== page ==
# 9/14/2017 - An Abstract Way To Equalize

I solve it.

StevenPatzer wrote:

September 14th is Cream-Filled Doughnut Day.

Miam! I'll take a dozen, please!....

HUH ???????

cool puzzle

Nice.

SZ.

good one

fatalphenom wrote:

As a newer player, I find no matter what this ending in a stalemate.

I'm also a newer player, but here there are multiple ways to lose. The idea is to avoid what appears to be a losing position. Congratulations on finding the drawn even position. (unlikely to be stalemated)
/ I managed (w/ no input errors) the draw as well!

Wow!

dsf001 wrote:
Gil-Gandel wrote:
aHorseWithNoName wrote:

Come to my intelligent forum

2+2=5 can it be true?

Let a + b = c
Note that 5a - 4a = a
Note that 5a - (2 + 2)a = a

Then 5a - (2 + 2)a + 5b - (2 + 2)b = 5c - (2 + 2)c
Rearranging,

5a + 5b - 5c = (2 + 2)a + (2 + 2)b - (2 + 2)c

Factorising,

5(a + b - c) = (2 + 2)(a + b - c)
Cancelling the common factor (a + b - c), and removing the brackets as they are now redundant,

5 = 2 + 2

Hope this helps.

The fallacy is that if a+b=c, then a+b-c=0, so when you write

"Factorising,

5(a + b - c) = (2 + 2)(a + b - c)"

what you are really saying is that 5 x 0 = (2+2) x 0, which is true, but you can't cancel the 0s to leave 5 = 2+2 because 5x0/0 does not equal 5 and (2+2)x0/0 does not equal (2+2).

This took about the same amount of time for me to solve as the chess puzzle.

Correct, 10/10, your turn to clean the whiteboard.

Sred wrote:

I had to google abstract too, came up with this - 'abstract as a verb' - 2.extract or remove (something):

aHorseWithNoName wrote:
vagga2 wrote:
aHorseWithNoName wrote:
dsf001 wrote:
Gil-Gandel wrote:
aHorseWithNoName wrote:

Come to my intelligent forum

2+2=5 can it be true?

Let a + b = c
Note that 5a - 4a = a
Note that 5a - (2 + 2)a = a

Then 5a - (2 + 2)a + 5b - (2 + 2)b = 5c - (2 + 2)c
Rearranging,

5a + 5b - 5c = (2 + 2)a + (2 + 2)b - (2 + 2)c

Factorising,

5(a + b - c) = (2 + 2)(a + b - c)
Cancelling the common factor (a + b - c), and removing the brackets as they are now redundant,

5 = 2 + 2

Hope this helps.

The fallacy is that if a+b=c, then a+b-c=0, so when you write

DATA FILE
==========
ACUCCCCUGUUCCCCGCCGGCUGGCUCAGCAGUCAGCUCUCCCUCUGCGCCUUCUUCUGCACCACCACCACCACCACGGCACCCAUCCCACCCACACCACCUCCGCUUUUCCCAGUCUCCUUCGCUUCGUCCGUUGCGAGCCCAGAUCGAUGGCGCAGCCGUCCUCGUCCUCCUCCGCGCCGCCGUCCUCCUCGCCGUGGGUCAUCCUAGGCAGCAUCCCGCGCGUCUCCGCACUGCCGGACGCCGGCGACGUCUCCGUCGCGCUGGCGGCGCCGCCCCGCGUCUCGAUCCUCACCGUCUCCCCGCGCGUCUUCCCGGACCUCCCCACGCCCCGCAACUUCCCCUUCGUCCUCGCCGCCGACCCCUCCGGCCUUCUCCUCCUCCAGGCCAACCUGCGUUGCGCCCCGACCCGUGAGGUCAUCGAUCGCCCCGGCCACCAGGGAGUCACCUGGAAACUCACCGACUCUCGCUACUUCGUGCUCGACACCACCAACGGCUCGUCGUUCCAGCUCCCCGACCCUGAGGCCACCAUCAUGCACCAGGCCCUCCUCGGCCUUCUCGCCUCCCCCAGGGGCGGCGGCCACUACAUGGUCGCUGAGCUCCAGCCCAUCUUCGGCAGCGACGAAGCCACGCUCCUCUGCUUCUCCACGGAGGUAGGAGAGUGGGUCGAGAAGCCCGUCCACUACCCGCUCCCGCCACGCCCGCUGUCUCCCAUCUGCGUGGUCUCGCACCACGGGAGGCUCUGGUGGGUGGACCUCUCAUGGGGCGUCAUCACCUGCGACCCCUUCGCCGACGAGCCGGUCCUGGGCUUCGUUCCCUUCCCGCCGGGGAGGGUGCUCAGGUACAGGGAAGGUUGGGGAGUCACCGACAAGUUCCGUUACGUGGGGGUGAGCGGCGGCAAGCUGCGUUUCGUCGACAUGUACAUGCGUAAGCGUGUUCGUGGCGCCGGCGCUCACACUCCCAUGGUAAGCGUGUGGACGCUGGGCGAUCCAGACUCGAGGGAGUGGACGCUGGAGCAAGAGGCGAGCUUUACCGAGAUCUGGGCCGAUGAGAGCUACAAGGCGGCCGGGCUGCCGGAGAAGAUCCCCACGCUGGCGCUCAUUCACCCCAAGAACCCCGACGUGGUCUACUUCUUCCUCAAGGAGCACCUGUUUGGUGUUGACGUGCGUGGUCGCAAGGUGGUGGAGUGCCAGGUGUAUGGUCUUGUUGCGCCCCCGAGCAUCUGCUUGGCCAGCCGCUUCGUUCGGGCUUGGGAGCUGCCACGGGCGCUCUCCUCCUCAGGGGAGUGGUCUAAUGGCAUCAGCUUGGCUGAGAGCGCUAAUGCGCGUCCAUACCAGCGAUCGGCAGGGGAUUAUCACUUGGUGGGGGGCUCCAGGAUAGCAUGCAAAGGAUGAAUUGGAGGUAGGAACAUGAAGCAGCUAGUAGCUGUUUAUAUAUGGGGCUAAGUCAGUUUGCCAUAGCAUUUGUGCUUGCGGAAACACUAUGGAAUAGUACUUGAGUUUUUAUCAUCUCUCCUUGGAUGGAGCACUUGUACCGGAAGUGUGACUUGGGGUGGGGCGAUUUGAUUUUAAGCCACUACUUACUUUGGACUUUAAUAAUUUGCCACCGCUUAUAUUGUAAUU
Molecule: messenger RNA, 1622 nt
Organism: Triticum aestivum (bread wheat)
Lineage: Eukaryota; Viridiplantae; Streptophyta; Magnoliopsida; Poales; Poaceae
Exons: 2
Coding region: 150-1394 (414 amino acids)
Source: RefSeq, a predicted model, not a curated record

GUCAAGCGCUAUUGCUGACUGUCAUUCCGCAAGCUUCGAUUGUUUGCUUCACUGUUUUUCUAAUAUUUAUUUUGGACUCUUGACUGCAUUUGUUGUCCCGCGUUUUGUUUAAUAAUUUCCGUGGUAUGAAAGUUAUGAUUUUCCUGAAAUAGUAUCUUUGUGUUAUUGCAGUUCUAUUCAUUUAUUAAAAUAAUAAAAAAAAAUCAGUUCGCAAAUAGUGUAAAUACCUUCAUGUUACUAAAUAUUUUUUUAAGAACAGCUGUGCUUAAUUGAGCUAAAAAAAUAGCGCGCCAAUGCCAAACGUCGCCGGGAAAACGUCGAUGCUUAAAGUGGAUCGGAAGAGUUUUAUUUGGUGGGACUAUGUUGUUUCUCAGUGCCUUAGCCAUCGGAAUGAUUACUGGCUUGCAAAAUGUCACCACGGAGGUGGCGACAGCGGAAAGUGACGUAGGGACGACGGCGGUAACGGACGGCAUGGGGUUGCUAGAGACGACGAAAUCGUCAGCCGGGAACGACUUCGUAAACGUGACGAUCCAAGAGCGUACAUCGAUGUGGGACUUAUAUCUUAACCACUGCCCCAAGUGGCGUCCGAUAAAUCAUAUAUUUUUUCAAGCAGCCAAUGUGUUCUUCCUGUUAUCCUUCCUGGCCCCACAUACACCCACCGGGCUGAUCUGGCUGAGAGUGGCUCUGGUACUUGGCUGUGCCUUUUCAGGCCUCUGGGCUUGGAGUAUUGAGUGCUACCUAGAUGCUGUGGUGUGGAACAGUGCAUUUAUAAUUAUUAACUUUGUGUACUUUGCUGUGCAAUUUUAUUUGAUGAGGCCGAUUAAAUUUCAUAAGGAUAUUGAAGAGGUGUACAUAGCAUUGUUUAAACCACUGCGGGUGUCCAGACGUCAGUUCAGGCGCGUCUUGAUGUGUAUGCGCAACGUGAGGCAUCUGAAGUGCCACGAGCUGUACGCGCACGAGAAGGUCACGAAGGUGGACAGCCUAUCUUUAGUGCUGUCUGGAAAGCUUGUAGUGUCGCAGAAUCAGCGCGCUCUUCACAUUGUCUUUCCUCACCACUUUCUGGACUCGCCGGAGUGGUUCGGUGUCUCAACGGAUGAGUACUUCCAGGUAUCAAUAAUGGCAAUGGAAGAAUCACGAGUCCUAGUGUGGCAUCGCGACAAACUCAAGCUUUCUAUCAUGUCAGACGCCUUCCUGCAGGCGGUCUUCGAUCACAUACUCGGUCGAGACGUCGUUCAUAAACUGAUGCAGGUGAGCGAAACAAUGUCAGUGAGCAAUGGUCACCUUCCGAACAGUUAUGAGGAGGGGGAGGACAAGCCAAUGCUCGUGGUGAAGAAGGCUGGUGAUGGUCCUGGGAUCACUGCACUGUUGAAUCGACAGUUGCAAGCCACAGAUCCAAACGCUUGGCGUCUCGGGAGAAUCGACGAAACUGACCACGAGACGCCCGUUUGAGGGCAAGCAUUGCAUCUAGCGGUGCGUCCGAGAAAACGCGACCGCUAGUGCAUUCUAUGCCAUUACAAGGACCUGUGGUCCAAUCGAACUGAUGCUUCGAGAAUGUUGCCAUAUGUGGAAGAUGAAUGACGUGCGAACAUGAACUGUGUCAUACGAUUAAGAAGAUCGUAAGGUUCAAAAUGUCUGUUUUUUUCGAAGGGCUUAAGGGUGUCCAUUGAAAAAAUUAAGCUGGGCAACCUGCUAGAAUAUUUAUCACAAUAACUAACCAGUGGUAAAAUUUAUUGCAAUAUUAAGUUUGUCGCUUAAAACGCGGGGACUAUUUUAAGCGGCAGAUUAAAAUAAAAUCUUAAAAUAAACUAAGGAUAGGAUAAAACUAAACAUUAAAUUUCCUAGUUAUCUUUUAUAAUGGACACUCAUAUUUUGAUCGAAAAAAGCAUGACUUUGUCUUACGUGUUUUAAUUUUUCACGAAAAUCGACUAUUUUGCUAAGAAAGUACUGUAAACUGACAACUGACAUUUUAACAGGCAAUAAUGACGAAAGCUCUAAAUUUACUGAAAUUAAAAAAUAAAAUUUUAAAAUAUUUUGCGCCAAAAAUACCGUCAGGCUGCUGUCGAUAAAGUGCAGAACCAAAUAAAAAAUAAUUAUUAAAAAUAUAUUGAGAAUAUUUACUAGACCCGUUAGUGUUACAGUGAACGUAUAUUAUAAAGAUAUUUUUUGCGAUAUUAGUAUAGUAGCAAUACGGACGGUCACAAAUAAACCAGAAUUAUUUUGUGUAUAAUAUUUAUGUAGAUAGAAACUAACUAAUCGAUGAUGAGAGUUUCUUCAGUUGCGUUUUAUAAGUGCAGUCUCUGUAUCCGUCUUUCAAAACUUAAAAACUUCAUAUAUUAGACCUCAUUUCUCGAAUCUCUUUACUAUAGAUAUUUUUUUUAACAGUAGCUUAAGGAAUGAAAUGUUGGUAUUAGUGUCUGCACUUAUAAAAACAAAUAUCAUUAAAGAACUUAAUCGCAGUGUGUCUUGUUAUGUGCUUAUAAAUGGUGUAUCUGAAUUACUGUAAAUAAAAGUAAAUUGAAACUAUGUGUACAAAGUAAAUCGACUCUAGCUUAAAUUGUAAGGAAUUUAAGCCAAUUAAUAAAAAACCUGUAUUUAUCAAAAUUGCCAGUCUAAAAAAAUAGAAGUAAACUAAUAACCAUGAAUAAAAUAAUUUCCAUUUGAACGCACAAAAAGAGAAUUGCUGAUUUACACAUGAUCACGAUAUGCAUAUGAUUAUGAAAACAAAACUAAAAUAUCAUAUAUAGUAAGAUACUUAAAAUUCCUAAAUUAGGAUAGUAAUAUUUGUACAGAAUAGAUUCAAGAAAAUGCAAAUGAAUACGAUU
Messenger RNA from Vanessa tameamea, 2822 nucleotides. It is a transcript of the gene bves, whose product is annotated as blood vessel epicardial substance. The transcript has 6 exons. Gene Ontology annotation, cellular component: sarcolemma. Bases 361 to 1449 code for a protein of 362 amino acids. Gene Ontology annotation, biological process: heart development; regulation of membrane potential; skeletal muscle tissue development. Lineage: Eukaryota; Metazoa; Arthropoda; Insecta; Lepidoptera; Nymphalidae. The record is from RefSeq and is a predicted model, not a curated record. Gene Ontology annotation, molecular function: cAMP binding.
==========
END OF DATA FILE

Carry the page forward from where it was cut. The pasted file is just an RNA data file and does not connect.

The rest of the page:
"Factorising,

5(a + b - c) = (2 + 2)(a + b - c)"

what you are really saying is that 5 x 0 = (2+2) x 0, which is true, but you can't cancel the 0s to leave 5 = 2+2 because 5x0/0 does not equal 5 and (2+2)x0/0 does not equal (2+2).

This took about the same amount of time for me to solve as the chess puzzle.

instead of trying to bring new math rules that don't exist, just come to my forum and learn

That is an abstract way to equalise.

ur rating is 719. that is way abstract

Here's another proof that 2+2=5:

US\$2. + US \$2. = CAN \$5.!

And it's true

It is worth noting that after Qxe6+, the king MUST take the queen or else the queen takes the rook!

Snazzy!

Gil-Gandel wrote:
aHorseWithNoName wrote:

Come to my intelligent forum

2+2=5 can it be true?

Let a + b = c
Note that 5a - 4a = a
Note that 5a - (2 + 2)a = a

Then 5a - (2 + 2)a + 5b - (2 + 2)b = 5c - (2 + 2)c
Rearranging,

5a + 5b - 5c = (2 + 2)a + (2 + 2)b - (2 + 2)c

Factorising,

5(a + b - c) = (2 + 2)(a + b - c)
Cancelling the common factor (a + b - c), and removing the brackets as they are now redundant,

5 = 2 + 2

Hope this helps.

Factorising,

Cancelling the common factor (a + b - c), and removing the brackets as they are now redundant

Less sneaky is 5x=4x

cancel the x and you get 5=4

Good misdirection, I approve.

not related to today's position...   still no English translation of Andre Cheron;  how is this possible?

wow failed

средненько)))

dsf001 wrote:

It is worth noting that after Qxe6+, the king MUST take the queen or else the queen takes the rook!

Aye, already noted though - comment #52.

hmm